* surely we can assert that security should be declarative where possible and hopefully programmatic where necessary through an interception methodology. To implement a custom declarative authorisation for both web applications and business service requests (EJB) would be far more work than is made out in the article, so you would be forced into writing in programtic security into your code which will be no guarretee of constistancy and less maintainability. Effectively you will have to replicate the web.xml etc security-constraints..

    * Use of JAAS in J2EE security is much more powerful than is made out in the article. Again JAAS allows a PAM (Plugable Authentication Module) based approach to authentication and identity management (establishing the principals of an ide ntity) which gives a declarative based approach to security

    * <quote>Another consideration is vendor lock-in. Using container security essentially locks the application into that container until the interfaces required by other containers can be implemented to support container authentication.<quote> Why do people always believe that bespoke code=no lock-in. Its just as easy to get locked into your own frameworks as it is to a vendor (although in this case we are talking a pretty standardised framework). In three years time when all the original developers have left and new guys are left to having to deal with a custom (probably organically expanding) security model they get caught in a learning curve (when probably they know something about container security) and a quality/security-risk issue using it. There are certainly people who have implemented a custom security model (which they raved about at the time) and come back a couple years later and seriously regretted what they did - Not mentioning any names but you know who you are -

    * I agree with Robert that the J2EE security improvements section is naive. The suggestion interface would provide no support for other credentials such as X509 certs, encoded tokens (liberty alliance anyone), kerberos tickets etc.. which JAAS based container security will handle just fine. Not to mention implementation of WS-Security authentications for XML (Its a whole new world) all of which can be comfortably handled by container security.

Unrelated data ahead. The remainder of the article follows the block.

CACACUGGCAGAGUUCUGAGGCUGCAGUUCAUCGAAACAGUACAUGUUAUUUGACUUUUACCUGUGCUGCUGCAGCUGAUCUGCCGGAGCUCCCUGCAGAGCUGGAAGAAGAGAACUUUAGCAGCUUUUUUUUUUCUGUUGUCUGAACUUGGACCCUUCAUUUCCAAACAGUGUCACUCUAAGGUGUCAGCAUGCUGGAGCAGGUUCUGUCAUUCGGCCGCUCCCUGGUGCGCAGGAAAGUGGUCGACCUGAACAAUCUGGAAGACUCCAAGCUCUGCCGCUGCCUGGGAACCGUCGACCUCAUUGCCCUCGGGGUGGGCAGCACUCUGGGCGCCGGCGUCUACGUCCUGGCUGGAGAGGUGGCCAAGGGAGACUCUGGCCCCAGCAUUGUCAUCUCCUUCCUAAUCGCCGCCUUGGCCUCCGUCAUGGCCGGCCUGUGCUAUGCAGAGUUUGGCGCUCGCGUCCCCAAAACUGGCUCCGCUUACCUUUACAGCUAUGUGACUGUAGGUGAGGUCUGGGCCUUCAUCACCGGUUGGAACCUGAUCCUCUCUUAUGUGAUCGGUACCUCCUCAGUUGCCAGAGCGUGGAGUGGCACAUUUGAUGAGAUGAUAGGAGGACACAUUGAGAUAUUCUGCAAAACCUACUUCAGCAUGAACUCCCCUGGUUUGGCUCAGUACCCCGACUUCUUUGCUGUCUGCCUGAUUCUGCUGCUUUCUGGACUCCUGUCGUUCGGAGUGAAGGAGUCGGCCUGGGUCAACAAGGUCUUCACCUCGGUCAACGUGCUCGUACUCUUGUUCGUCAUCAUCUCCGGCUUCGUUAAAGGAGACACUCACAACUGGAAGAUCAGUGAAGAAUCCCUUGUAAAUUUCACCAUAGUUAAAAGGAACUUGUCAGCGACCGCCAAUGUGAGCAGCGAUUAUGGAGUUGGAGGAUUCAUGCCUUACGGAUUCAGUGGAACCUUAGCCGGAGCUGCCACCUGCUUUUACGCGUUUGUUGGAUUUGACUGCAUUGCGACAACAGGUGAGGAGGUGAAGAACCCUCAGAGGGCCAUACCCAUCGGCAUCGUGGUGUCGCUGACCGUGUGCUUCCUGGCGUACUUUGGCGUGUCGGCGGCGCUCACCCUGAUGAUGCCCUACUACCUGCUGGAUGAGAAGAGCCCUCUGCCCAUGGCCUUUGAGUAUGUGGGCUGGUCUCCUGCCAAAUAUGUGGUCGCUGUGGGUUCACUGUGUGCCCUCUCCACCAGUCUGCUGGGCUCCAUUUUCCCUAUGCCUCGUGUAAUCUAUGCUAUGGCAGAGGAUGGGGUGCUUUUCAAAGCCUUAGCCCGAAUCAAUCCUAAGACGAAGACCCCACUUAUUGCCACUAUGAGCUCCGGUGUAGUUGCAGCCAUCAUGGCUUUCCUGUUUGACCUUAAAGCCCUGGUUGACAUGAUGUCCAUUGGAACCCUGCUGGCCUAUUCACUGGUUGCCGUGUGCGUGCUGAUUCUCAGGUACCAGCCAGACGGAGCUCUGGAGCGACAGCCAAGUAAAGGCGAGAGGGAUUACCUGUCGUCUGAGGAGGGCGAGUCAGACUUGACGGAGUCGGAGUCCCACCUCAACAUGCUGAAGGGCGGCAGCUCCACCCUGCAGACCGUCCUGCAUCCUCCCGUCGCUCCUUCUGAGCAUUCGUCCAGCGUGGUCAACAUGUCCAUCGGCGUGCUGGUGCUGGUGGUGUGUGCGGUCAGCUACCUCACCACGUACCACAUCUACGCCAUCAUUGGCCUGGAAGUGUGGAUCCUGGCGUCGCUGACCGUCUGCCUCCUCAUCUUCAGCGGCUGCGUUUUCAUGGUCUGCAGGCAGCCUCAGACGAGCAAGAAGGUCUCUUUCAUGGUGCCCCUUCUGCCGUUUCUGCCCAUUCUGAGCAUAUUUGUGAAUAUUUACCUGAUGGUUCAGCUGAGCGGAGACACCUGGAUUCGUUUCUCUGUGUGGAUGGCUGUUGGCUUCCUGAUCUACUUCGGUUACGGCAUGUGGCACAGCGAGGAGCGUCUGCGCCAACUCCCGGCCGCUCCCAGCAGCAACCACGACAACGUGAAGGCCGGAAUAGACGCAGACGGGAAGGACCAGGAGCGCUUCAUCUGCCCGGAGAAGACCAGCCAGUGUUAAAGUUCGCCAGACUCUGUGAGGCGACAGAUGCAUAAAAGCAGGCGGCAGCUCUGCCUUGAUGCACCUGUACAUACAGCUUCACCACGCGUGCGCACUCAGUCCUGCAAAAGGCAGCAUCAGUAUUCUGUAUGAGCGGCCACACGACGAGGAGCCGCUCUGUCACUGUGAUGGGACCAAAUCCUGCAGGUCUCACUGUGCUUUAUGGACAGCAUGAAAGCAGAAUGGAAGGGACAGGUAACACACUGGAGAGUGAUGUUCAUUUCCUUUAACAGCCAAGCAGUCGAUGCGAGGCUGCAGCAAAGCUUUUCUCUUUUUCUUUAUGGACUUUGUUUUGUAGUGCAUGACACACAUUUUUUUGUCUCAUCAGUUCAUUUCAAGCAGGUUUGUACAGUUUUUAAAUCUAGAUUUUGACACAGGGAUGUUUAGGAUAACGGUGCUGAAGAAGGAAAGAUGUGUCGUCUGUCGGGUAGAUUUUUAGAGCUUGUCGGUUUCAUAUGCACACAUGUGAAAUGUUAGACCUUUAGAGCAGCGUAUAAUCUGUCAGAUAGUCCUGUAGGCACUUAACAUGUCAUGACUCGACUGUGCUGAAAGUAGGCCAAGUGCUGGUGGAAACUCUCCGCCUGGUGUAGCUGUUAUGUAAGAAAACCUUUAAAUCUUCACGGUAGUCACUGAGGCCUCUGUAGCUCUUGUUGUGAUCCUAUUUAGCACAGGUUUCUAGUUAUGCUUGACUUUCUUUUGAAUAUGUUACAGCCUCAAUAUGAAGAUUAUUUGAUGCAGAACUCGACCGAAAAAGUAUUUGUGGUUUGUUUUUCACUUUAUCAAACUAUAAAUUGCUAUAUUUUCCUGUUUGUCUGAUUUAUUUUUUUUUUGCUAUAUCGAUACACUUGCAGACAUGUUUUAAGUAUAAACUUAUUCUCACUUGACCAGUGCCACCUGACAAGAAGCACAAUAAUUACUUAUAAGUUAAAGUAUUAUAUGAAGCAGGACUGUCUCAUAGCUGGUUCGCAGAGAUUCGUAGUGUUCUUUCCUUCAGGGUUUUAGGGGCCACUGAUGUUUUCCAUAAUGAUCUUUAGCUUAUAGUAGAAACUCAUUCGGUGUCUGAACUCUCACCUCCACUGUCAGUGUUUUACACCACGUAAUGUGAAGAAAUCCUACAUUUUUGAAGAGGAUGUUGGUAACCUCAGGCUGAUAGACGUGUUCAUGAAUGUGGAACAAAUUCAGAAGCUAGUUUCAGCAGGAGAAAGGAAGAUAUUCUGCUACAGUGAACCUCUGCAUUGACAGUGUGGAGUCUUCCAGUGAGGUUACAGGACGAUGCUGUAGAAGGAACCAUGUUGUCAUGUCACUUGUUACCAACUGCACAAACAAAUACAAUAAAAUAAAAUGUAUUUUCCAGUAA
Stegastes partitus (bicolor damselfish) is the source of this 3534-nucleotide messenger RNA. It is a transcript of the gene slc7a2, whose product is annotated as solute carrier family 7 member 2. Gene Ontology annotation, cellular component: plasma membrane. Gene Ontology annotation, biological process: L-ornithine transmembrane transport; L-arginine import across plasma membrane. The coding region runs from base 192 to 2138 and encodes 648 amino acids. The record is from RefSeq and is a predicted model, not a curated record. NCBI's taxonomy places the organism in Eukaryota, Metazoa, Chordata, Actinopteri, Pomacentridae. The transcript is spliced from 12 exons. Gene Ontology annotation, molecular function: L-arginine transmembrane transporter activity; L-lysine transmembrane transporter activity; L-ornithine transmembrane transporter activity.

So my own 2 british pennies on improvements..

    * Right there with you Robert, when you start having to apply web security for different types of credentials (tokens, tickets, multi-phase) the auth method becomes your first bug bear. The web application security model is a pain restricting you to the basic BASIC, FORM, CERT, DIGEST which can not be customised (Custom error handling/message display anyone?? or maybe trying to post to j_security_check from a page without first accessing a security-constraint page..) You need to be able to define your own custom AUTH methods which effectively deal with interfacing between your "web" world (requests, GETs POSTs, the session) and the JAAS PAMs. This should also be configurable from the web.xml in a custom way beyond just <form-login-config>.

    BTW Robert in tomcat (and Jboss-tomcat) you can define your own auth-methods by writing an Authenticator class that extends org.apache.catalina.authenticator.AuthenticatorBase and jar it with a org.apache.catalina.startup.Authenticators.properties
    such as
    BASIC=org.apache.catalina.authenticator.BasicAuthenticator
    CLIENT-CERT=org.apache.catalina.authenticator.SSLAuthenticator
    DIGEST=org.apache.catalina.authenticator.DigestAuthenticator
    LIBERTY_SSO=com.codebitches.security.catalina.authenticator.LibertySSOAuthenticator
    DIRECTFORM=com.codebitches.security.catalina.authenticator.DirectFormAuthenticator
    FORM=org.apache.catalina.authenticator.FormAuthenticator
    NONE=org.apache.catalina.authenticator.NonLoginAuthenticator
    Add it to the classpath and presto new auth-methods to use in web.xml
    BUT people tell me you can't do this with weblogic

    * The biggest problem with J2EE security is the map between the JAAS model (Subject-*Principal-*Credential) and the J2EE model (Principal-*Role)
    Why not just use the JAAS model straight off for authorisations

    Id suggest a declarative interface for security that used the JAAS model and a JSTL EL type syntax. How good would this be...

       <security-constraint>
        <web-resource-collection>
          <web-resource-name>Secure Content</web-resource-name>